Featured Build Log: 2-Node Windows Server 2016 Storage Spaces Direct Cluster

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Storage Spaces Direct Red S2D Node Build Parts
Storage Spaces Direct Red S2D Node Build Parts

I have been running VMs on an older overclocked 4790k with a single SSD for quite a while and decided it was time to step up my game. I’ve been adding VMs regularly and pushed the server to its limits so a higher capacity system was in order. A single system would be simple to maintain but after Microsoft Windows Server 2016 came out with storage spaces direct technology so I decided I would be an early adopter and see how much pain I could endure setting up a two node lab. I am an MSP and this Windows Server 2016 Storage Spaces Direct hyper-converged cluster is going to be used to house a dozen or two VMs. Some for fun (plex), some for my business (Altaro offsite backup server). It will host a virtual firewall or two as well as all of the tools I use to manage my clients. Here is the original post of this build log on the STH Forums.

Introducing the 2-Node Windows Server 2016 Storage Spaces Direct Cluster

I’ve been in the technology game since I was about 14 when I made friends with the owner of a local computer shop. I ended up managing the shop and eventually went to school and became a full-time Sys Admin. Since I’ve been rolling my own hardware for so long that is generally my preferred way to go when it comes to personal projects. I am also space limited so I had to figure out a way to do this without a rack. I decided to build the two node cluster using off the shelf equipment so that it would look, perform, and sound the way I wanted. Did I mention I hate fan noise? If it’s not silent it doesn’t boot in my house. A rack will definitely be in my future and the use of standardized server equipment means I can migrate the two servers to rack mountable chassis with minimum effort.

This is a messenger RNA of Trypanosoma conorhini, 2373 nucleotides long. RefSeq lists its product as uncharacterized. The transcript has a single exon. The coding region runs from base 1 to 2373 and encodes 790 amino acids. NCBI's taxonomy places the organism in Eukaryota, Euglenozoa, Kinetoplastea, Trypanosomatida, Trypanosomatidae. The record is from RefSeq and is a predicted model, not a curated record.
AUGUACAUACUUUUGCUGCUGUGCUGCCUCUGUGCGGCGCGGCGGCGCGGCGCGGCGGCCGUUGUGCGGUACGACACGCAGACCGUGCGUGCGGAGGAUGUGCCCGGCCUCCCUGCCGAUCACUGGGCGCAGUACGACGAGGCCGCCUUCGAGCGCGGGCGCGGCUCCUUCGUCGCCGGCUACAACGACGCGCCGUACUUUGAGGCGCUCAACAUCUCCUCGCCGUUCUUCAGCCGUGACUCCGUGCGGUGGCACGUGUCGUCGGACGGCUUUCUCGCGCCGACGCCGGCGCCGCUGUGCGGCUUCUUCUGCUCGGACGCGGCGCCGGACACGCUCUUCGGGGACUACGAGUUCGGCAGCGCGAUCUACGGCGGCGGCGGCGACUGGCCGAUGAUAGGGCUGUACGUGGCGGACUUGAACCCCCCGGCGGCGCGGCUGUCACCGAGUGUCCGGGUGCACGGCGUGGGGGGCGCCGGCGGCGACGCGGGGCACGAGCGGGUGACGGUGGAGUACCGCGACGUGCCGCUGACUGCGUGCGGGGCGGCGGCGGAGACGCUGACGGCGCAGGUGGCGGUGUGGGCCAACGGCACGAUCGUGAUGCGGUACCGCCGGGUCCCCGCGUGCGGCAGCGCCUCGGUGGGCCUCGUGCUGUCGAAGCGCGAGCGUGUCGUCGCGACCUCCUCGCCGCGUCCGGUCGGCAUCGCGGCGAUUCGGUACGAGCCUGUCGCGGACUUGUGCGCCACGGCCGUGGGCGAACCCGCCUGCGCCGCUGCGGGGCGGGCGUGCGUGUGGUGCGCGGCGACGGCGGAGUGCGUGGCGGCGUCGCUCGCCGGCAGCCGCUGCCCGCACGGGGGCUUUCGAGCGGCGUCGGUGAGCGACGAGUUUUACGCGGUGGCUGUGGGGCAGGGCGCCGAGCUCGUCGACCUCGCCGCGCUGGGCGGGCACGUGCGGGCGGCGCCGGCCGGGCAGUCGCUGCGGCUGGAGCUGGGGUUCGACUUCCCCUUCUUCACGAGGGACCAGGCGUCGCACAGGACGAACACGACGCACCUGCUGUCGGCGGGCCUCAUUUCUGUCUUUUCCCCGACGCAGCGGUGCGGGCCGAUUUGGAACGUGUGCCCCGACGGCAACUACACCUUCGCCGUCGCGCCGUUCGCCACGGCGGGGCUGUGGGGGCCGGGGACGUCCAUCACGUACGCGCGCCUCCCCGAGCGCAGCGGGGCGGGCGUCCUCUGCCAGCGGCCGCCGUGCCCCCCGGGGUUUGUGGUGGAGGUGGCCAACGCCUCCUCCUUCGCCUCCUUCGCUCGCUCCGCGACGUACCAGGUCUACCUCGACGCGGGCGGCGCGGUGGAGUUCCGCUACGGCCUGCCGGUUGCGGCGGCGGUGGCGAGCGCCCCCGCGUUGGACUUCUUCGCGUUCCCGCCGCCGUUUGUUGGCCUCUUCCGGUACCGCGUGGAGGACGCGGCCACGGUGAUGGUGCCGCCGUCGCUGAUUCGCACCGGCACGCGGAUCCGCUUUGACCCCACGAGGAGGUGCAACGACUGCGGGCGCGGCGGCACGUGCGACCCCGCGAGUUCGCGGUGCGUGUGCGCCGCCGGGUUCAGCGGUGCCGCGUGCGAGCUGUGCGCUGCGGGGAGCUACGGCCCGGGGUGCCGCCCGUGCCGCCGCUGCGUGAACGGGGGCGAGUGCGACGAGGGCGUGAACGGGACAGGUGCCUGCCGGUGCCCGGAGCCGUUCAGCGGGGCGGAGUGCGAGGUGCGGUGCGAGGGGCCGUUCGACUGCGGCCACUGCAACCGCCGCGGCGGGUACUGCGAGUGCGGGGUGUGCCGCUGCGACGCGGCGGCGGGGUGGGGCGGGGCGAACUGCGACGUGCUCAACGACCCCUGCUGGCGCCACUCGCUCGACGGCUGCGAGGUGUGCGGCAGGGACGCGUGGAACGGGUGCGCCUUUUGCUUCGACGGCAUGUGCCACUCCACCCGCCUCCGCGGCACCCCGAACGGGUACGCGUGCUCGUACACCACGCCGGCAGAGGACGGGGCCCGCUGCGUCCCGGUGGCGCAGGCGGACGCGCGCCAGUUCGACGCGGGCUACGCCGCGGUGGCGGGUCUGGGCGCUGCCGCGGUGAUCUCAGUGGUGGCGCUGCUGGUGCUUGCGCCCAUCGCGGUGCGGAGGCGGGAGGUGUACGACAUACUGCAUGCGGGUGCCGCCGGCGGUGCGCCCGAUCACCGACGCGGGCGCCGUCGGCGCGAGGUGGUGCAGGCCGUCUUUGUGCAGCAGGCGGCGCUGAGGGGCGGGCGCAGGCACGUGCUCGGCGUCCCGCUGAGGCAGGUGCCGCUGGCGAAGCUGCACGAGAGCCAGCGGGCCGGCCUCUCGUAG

Storage Spaces Direct Red V Blue S2D Nodes
Storage Spaces Direct Red V Blue S2D Nodes

The end result is a two node hyper-converged Windows storage spaces direct cluster using Supermicro motherboards, Xeon processors, and Noctua fans. Silence is something you can’t buy from HP or Dell unfortunately. It only has the ability to withstand a single drive or server failure but that won’t be a problem since it is “on premise” and using SSDs.

Storage Spaces Direct Blue S2D Node Build Parts
Storage Spaces Direct Blue S2D Node Build Parts

The two nodes are connected on the back end at 40Gbps using HP branded Connectx-3 cards/DAC which handles the S2D (Storage Spaces Direct), heartbeat, and live migration traffic. Using this method I did not need a 40GbE switch which saves an enormous amount of power. I still got 40GbE which gives lots of performance. On the front end, they are each connected via fiber @ 10Gbps to a Ubiquiti US-16-XG switch (a close relative of the Ubiquiti ES-16-XG reviewed on STH) and @ 1Gbps to an unmanaged switch connected to a Comcast modem. This allows me to use a virtual firewall and migrate it between the nodes.

Storage Spaces Direct Red S2D Node Build Parts
Storage Spaces Direct Red S2D Node Build Parts